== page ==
It also wasn't really used as bedding, either. Just in their digging box for the most part. I use fabric to line the cage. She is actually a really good vet with rats of her own. I've just never heard of wood being a bad thing, I guess, except for the given that pine and cedar are bad.
 

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Hi,I'm really interested in learning more about what you mean by a secondary infection. Can you explain a bit more or direct me to a reference so I can read up on it? I want to learn more about URIs as my two have had a recurring infection for awhile now too. Thanks!
To understand secondary infections, you first have to understand the primary infection. Mycoplasma pulmonis, which most of our rats carry, is a latent infection which means that while your rat is infected, its immune system is working to keep it in check. If something happens that stresses your rat or it's exposed to some other bacteria that it must fight, the immune system diverts its attention so to speak and the myco could be less controlled. As the immune system works to control this sudden surge in myco population, it is vulnerable to other infections mostly from other resident bacteria that take advantage of the moment but also from outside sources as well. I think that the main reasons single antibiotics are not effective in rats are because 1. bacteria mutate rapidly and any leftover from a previous infection could be antibiotic resistant and 2. it's likely that you're fighting more than one bacteria. For these reasons, I never treat with just one antibiotic. As far as how your cage and the things in it can hinder recovery or cause reinfection if the bacteria is something other than myco, there are lots of little places for bacteria to hide. Wood, soft rubber or cloth toys should be either bleached, boiled or laundered with hot water and bleach. My belief when it comes to things I put into my cages is that if it can't be cleaned in a way that I know will kill bacteria then it doesn't belong in the cage or I have to be ok with throwing it away and replacing it. You should also be frequently disinfecting your water sources.I'm by no means an expert on this stuff, but speak from experience and the knowledge my degree and job have provided me. Others may have better ideas or information.
 

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Discussion Starter · #8 ·
To understand secondary infections, you first have to understand the primary infection. Mycoplasma pulmonis, which most of our rats carry, is a latent infection which means that while your rat is infected, its immune system is working to keep it in check. If something happens that stresses your rat or it's exposed to some other bacteria that it must fight, the immune system diverts its attention so to speak and the myco could be less controlled. As the immune system works to control this sudden surge in myco population, it is vulnerable to other infections mostly from other resident bacteria that take advantage of the moment but also from outside sources as well. I think that the main reasons single antibiotics are not effective in rats are because 1. bacteria mutate rapidly and any leftover from a previous infection could be antibiotic resistant and 2. it's likely that you're fighting more than one bacteria. For these reasons, I never treat with just one antibiotic. As far as how your cage and the things in it can hinder recovery or cause reinfection if the bacteria is something other than myco, there are lots of little places for bacteria to hide. Wood, soft rubber or cloth toys should be either bleached, boiled or laundered with hot water and bleach. My belief when it comes to things I put into my cages is that if it can't be cleaned in a way that I know will kill bacteria then it doesn't belong in the cage or I have to be ok with throwing it away and replacing it. You should also be frequently disinfecting your water sources.I'm by no means an expert on this stuff, but speak from experience and the knowledge my degree and job have provided me. Others may have better ideas or information.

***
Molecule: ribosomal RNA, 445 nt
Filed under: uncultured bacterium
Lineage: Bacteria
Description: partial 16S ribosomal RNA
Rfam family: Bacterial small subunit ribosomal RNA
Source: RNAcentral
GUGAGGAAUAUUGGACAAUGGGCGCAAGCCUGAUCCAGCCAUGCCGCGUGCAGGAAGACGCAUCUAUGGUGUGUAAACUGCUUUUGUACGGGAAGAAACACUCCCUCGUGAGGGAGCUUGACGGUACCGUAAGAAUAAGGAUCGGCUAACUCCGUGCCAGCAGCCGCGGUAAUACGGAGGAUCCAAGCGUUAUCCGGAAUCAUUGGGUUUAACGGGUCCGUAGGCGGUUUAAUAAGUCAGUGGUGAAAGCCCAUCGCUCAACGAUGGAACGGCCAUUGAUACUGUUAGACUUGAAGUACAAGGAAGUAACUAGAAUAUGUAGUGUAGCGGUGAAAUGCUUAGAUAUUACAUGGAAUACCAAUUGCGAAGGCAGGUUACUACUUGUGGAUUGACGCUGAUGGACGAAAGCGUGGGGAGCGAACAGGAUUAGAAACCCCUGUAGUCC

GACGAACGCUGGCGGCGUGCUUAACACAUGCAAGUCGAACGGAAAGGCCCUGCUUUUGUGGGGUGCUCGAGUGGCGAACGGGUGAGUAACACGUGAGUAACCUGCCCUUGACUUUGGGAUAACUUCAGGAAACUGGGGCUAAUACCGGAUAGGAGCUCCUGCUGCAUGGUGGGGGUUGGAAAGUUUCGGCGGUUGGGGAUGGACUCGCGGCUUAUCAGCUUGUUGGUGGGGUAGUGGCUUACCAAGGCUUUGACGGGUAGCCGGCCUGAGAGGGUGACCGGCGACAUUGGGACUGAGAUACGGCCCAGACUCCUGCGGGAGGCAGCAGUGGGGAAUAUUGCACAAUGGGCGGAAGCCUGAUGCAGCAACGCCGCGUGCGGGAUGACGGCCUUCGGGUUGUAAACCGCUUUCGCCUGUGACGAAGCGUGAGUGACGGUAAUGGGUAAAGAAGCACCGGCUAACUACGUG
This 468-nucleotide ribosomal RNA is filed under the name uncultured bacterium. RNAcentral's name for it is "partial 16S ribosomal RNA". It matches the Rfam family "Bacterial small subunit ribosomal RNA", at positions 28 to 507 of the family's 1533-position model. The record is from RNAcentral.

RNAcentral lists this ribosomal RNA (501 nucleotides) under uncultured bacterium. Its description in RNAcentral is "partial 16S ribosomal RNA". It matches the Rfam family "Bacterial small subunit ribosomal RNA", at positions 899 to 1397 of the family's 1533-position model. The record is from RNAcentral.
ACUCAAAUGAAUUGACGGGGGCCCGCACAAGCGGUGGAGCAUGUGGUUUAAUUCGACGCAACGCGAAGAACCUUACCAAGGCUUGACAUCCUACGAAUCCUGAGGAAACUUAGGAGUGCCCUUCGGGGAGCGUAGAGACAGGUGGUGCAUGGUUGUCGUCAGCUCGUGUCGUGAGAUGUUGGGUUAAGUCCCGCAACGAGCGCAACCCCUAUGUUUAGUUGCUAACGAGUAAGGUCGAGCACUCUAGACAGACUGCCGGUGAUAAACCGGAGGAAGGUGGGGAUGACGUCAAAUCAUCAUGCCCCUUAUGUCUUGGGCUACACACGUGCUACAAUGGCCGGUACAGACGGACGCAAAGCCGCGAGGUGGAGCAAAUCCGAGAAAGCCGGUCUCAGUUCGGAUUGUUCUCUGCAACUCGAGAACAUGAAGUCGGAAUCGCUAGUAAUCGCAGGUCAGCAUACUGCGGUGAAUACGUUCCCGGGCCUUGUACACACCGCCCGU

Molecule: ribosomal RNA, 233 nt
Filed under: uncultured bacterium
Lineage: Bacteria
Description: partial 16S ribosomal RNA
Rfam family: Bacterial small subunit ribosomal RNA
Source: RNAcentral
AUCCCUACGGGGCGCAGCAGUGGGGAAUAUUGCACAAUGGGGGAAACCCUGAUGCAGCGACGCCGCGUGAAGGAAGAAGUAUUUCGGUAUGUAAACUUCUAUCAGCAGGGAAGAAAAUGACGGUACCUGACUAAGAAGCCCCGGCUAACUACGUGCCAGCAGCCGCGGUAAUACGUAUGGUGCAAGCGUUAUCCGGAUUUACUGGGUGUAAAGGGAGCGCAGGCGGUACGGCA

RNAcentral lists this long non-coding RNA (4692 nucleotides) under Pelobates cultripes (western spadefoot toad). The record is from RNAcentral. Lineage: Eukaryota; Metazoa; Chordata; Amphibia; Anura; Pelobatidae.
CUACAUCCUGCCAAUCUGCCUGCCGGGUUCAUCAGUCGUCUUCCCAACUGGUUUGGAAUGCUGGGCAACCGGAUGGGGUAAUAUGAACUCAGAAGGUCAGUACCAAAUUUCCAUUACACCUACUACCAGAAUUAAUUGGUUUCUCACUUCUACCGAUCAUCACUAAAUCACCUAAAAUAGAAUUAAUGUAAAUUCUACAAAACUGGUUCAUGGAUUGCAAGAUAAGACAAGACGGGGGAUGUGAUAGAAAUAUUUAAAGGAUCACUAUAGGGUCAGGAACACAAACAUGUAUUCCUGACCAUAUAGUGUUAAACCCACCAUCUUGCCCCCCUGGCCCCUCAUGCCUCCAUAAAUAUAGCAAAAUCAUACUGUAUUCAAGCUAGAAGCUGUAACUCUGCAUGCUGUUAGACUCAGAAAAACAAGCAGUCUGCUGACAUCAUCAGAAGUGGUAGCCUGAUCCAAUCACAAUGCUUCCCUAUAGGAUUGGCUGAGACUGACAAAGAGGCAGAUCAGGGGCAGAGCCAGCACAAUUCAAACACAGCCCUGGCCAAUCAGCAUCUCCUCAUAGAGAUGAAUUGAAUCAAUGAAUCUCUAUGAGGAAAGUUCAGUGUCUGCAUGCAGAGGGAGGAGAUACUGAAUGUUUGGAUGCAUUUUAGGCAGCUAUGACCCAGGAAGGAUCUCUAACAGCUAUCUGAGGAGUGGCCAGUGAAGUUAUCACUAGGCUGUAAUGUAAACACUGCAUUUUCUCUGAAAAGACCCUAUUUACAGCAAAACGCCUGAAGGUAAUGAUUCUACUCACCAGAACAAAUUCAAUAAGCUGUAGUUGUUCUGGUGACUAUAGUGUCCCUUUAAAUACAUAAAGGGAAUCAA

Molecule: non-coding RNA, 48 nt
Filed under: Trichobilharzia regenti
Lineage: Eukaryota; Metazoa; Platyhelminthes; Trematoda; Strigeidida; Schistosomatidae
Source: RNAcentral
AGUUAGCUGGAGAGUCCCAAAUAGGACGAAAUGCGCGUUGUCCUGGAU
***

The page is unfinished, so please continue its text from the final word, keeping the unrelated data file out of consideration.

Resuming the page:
What is your opinion on lava rocks? I still haven't figured out how to clean them beyond just wiping them off, and they're sort of expensive to replace every month.
 

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Not sure what kind of lava rocks you use, but I'd soak them in hot soapy water and then test out baking them. As long as they don't make your oven smell funky I think that's the best option. You could also throw them into a pot of boiling water, boil for about 15 minutes and then let them cool in the pot. Suppose all that depends on how you and whoever you may share a home with feel about rat things in the kitchen; I have a pot devoted to boiling animal stuff.